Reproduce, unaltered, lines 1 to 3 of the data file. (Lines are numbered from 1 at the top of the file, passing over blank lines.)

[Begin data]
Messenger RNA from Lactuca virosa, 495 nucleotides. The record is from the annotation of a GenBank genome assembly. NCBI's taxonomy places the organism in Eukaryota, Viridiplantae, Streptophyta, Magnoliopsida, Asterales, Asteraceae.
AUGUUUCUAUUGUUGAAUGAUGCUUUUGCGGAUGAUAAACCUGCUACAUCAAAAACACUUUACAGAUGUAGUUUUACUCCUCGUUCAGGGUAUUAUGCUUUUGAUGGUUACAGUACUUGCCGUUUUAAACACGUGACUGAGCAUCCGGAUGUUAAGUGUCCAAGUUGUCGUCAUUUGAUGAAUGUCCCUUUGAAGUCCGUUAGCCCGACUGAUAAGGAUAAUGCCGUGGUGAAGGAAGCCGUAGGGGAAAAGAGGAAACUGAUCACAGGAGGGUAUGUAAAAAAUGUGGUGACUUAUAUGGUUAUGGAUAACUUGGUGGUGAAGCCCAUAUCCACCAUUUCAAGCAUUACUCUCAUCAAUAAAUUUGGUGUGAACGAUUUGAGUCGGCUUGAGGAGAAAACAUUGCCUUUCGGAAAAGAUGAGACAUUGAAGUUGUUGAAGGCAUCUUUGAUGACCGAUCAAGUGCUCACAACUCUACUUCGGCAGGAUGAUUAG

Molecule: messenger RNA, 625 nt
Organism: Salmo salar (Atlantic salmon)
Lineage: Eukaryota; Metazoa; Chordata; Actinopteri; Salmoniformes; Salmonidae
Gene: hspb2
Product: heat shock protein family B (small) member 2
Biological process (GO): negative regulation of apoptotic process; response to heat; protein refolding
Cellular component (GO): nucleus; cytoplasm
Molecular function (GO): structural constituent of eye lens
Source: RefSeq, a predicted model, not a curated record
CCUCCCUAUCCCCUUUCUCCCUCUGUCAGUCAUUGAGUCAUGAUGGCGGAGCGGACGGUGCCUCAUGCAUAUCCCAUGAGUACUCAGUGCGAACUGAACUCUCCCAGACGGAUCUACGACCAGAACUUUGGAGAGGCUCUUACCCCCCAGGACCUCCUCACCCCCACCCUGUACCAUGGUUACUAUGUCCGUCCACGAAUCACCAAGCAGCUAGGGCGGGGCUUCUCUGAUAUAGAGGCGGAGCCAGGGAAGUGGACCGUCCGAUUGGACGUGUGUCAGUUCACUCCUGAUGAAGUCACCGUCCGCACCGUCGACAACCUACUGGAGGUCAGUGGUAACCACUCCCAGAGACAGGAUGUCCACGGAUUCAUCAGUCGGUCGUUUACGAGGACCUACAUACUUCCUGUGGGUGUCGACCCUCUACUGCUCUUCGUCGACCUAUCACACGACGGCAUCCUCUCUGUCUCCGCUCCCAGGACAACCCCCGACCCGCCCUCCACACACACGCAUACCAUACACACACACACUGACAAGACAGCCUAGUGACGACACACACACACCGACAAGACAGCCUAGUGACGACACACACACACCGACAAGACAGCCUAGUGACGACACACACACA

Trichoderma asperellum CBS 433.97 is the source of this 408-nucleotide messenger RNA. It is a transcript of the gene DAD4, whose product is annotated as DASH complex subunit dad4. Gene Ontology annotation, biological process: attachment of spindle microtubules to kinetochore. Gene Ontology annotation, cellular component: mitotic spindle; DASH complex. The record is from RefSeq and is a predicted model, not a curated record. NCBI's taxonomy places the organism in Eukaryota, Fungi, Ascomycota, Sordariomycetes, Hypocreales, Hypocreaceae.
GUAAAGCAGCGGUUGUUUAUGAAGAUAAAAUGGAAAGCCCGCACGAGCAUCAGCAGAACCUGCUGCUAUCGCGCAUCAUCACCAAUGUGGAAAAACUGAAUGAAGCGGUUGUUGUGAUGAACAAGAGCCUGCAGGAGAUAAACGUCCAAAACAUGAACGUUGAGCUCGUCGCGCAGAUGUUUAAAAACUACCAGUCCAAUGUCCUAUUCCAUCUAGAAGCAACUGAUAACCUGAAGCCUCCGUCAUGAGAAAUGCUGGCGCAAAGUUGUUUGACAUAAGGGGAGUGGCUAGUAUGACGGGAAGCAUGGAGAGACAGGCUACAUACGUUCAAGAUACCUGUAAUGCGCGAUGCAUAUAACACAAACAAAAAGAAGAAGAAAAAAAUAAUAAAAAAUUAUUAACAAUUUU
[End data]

Messenger RNA from Lactuca virosa, 495 nucleotides. The record is from the annotation of a GenBank genome assembly. NCBI's taxonomy places the organism in Eukaryota, Viridiplantae, Streptophyta, Magnoliopsida, Asterales, Asteraceae.
AUGUUUCUAUUGUUGAAUGAUGCUUUUGCGGAUGAUAAACCUGCUACAUCAAAAACACUUUACAGAUGUAGUUUUACUCCUCGUUCAGGGUAUUAUGCUUUUGAUGGUUACAGUACUUGCCGUUUUAAACACGUGACUGAGCAUCCGGAUGUUAAGUGUCCAAGUUGUCGUCAUUUGAUGAAUGUCCCUUUGAAGUCCGUUAGCCCGACUGAUAAGGAUAAUGCCGUGGUGAAGGAAGCCGUAGGGGAAAAGAGGAAACUGAUCACAGGAGGGUAUGUAAAAAAUGUGGUGACUUAUAUGGUUAUGGAUAACUUGGUGGUGAAGCCCAUAUCCACCAUUUCAAGCAUUACUCUCAUCAAUAAAUUUGGUGUGAACGAUUUGAGUCGGCUUGAGGAGAAAACAUUGCCUUUCGGAAAAGAUGAGACAUUGAAGUUGUUGAAGGCAUCUUUGAUGACCGAUCAAGUGCUCACAACUCUACUUCGGCAGGAUGAUUAG

Molecule: messenger RNA, 625 nt